Lie face down on the ground, with your arms extended in front of you and legs extended behind you.
Keeping your chin down in a neutral position, raise your arms, chest, and legs off the floor, as high as you can, as if trying to balance on your hips.
Once you’ve reached the highest possible position, fan your arms out to your sides, eventually bringing your hands down beside your pockets while keeping your arms as straight as possible.
At the same time, part your legs as wide as possible, keeping them straight. Once you have achieved this upside down “Y” shape with your body, return your arms and legs to starting position, and lower your arms, legs, and torso to the ground.
Santa’s Broken Sleigh-Pulls (20 repetitions)
Target: abdominals, shoulders, triceps
Begin on all fours, in a push-up starting position, with hands and feet both wider than shoulder width.
Maintaining a slight bend in your elbows, bring your right knee forward to touch your right elbow (or as close to it as you can).
Return your right foot to starting position (maintaining feet width), and then complete the same with the other leg.
Less intense: Perform this exercise from your knees, rather than your feet.
More intense: Increase the pace of your knee drives.
Begin in a push-up starting position (on hands and toes) with feet touching and hands together, so that you have a narrow base.
Step your left foot as far forward as you can beside your left hand. Once you feel stable, raise your arms to chest height out in front of you or above your head if you are feeling especially balanced. Pause for a count of 3 seconds, and then lower your hands and arms to starting position. Step your left foot back beside your right, and then complete the same motion with your left leg.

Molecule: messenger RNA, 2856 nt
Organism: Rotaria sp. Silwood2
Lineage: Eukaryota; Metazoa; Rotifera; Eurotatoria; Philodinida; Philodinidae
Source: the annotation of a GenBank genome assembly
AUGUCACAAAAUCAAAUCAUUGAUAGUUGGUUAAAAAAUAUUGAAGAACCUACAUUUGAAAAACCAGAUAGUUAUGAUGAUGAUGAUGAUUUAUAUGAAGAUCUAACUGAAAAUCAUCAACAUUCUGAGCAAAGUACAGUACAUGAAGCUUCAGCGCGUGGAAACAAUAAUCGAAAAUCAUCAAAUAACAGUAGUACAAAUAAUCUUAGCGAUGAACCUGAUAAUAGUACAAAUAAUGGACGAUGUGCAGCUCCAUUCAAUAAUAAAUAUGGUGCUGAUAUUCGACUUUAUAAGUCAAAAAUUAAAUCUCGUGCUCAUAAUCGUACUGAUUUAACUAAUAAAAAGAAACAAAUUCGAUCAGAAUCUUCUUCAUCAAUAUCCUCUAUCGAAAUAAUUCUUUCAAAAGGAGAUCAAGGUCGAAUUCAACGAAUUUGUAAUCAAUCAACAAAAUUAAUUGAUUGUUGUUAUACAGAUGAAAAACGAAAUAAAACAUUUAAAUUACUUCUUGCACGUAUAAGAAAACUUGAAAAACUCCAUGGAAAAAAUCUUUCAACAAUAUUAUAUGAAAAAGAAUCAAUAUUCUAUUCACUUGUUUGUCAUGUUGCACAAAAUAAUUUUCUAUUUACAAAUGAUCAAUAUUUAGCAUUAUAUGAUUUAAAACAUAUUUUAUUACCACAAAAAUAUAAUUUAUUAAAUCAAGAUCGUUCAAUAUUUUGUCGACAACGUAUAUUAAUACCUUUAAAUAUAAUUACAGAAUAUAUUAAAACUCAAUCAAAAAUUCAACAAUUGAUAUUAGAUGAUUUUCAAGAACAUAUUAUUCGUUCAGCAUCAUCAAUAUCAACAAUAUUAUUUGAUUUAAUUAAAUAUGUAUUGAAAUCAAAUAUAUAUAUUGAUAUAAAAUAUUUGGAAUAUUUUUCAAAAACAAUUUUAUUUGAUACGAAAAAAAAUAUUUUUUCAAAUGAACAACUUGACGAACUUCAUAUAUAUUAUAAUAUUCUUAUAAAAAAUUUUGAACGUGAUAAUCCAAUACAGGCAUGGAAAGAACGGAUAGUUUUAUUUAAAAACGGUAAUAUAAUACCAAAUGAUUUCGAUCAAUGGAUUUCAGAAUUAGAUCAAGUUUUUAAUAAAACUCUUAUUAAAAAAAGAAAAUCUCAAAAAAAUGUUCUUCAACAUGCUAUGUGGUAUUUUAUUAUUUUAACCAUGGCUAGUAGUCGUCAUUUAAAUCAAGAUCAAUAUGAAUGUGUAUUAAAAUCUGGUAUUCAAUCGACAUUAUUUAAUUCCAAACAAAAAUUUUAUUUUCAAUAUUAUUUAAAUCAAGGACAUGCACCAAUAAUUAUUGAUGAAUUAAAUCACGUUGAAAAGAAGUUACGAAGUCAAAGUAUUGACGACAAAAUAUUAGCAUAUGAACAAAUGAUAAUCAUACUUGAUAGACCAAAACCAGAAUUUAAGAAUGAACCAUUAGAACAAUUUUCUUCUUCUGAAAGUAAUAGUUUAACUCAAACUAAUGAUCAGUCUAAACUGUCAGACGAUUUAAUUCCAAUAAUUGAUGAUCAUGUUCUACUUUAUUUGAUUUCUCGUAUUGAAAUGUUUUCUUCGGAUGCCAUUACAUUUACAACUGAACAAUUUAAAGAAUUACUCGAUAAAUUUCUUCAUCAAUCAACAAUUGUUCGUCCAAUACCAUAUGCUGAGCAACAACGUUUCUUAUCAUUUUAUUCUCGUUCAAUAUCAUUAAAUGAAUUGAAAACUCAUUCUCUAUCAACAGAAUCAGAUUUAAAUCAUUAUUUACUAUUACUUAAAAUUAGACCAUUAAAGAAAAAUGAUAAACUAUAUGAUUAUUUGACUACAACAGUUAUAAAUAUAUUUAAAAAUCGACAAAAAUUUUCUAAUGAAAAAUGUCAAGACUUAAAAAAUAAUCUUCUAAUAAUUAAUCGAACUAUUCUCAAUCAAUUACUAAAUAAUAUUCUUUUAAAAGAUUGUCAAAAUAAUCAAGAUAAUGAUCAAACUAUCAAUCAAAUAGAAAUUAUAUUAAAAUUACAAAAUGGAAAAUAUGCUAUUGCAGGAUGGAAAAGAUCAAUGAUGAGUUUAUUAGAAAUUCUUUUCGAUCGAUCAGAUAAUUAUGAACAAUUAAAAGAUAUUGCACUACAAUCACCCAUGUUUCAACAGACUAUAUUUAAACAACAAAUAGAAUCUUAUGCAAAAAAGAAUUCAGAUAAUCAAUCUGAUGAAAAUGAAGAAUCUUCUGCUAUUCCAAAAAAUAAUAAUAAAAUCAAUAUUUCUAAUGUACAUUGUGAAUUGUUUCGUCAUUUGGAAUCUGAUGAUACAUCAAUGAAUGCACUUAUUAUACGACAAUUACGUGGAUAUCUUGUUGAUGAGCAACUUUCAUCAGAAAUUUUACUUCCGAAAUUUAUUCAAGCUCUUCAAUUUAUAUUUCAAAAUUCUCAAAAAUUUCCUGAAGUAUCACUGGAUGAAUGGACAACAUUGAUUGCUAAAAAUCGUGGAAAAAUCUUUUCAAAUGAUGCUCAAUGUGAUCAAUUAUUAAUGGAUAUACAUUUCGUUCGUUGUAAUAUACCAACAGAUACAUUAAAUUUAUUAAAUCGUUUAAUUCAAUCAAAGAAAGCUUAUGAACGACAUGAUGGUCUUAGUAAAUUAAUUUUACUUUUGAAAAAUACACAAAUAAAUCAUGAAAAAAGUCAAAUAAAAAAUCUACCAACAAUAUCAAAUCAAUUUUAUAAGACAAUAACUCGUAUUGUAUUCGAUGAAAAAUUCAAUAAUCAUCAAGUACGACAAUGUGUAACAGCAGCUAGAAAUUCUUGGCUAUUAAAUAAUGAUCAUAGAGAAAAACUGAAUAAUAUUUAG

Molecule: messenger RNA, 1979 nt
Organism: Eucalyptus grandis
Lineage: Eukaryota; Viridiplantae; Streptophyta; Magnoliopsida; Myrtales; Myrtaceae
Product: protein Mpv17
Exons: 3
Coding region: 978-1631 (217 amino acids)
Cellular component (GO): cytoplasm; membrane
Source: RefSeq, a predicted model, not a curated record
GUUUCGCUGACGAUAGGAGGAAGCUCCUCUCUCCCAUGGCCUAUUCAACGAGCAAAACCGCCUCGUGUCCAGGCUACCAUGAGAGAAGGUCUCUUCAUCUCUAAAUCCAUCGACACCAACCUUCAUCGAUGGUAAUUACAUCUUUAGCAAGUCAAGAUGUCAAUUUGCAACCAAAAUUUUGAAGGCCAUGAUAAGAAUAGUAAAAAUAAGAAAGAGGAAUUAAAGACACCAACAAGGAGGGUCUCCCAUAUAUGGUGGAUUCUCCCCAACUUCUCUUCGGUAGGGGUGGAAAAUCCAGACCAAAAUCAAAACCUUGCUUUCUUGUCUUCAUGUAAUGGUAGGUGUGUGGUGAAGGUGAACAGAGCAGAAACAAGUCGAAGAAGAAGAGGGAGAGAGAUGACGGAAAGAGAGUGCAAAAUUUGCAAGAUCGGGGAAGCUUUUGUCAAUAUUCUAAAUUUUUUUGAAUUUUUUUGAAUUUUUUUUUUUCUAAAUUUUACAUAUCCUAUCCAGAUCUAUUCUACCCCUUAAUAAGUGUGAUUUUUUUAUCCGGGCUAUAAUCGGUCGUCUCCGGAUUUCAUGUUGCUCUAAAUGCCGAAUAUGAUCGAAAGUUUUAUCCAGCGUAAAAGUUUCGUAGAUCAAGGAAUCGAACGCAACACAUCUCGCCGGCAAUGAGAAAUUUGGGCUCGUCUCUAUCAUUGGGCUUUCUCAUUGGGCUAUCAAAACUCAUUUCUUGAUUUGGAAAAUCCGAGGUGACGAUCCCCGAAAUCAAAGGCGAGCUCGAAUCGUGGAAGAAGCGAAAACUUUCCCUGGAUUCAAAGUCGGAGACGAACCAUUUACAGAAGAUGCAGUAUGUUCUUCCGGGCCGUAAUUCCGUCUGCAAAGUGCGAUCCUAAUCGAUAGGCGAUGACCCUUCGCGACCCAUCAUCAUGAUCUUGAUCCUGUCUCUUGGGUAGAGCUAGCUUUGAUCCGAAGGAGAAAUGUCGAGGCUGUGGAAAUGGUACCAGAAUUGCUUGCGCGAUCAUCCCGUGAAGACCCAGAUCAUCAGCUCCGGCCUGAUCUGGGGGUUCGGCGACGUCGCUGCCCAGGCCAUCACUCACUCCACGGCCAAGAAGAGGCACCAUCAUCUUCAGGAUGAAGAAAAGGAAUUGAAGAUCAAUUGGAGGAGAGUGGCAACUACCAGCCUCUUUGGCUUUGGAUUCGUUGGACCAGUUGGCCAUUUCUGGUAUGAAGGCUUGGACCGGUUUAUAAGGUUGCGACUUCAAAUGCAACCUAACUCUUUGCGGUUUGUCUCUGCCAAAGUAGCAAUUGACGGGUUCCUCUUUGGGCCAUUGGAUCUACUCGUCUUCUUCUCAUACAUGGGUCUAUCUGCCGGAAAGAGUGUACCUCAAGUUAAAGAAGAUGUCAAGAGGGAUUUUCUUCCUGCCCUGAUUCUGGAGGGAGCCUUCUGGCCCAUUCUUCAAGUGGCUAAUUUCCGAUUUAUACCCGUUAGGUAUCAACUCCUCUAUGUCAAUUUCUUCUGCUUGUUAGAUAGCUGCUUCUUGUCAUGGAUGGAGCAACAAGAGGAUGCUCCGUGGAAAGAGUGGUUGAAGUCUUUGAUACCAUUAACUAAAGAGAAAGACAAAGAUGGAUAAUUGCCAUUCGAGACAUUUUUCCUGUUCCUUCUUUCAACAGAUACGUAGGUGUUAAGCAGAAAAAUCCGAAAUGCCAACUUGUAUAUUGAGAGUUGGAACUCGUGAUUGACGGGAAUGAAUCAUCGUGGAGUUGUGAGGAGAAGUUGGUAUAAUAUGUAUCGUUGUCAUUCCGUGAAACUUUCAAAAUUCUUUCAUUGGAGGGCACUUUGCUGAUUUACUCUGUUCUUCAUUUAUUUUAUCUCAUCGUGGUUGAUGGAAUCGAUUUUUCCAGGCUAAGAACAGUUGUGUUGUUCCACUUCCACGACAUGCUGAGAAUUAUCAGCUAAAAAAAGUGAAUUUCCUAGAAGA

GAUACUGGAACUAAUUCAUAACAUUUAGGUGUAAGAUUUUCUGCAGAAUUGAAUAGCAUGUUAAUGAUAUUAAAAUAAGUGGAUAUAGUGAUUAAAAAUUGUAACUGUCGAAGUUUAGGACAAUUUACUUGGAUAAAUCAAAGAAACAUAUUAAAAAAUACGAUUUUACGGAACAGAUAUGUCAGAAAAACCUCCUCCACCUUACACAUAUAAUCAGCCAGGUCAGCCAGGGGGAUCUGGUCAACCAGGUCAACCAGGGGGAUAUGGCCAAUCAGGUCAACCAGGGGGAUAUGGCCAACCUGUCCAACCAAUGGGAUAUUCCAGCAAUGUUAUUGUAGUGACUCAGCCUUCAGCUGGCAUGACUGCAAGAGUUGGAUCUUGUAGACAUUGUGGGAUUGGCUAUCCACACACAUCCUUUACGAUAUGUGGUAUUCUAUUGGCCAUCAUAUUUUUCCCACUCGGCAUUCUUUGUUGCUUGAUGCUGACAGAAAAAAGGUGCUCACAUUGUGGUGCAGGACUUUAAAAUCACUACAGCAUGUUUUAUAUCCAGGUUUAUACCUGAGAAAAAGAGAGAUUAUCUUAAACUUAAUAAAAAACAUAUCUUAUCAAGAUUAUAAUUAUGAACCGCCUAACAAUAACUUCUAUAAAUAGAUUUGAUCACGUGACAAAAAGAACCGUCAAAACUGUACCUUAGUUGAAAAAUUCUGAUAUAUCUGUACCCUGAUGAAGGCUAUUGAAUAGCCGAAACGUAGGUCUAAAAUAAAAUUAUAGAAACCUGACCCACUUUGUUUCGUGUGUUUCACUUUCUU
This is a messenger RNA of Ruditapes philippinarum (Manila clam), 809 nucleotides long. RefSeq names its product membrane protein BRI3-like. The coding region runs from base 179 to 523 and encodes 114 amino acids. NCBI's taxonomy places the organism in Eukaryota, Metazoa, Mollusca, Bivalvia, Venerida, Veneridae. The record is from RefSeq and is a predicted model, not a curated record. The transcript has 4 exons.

Less intense: Beginners may want to do this exercise first from their hands and knees.
Give yourself some stress-busters
A rum and eggnog isn’t the only other way to de-stress over the holidays! To support your stress-busting workout, try
getting a holiday massage
taking some time to relax in a sauna or steam room
going for a yoga session or two
stepping outside for a short walk
adding a midday stretch to your workday to loosen some stiff and achy muscles
getting much-needed sleep
Remember, as much as our body is an extension of our stress levels, our stress levels take their cue from our body as well. A relaxed body can help create a relaxed mind.
Supplements to “sleigh” the stress
You may also want to consider oral and olfactory supplementation, which have all been shown to combat the effects of stress and enhance your calm.
Teas: camomile, peppermint, and green
Ingestibles: magnesium and zinc
Scents: lavender and nutmeg (you may want to sneak this one into your baking!)
Visit your local health food store and ask a professional about the safe and effective supplements that can help de-stress your life.
Brendan Rolfe, CPHR, BA, DipA
Brendan Rolfe, DipA, PTS, specializes in functional movement and athletic training in Vancouver, where he strives to bring healthy lifestyle choices to every household.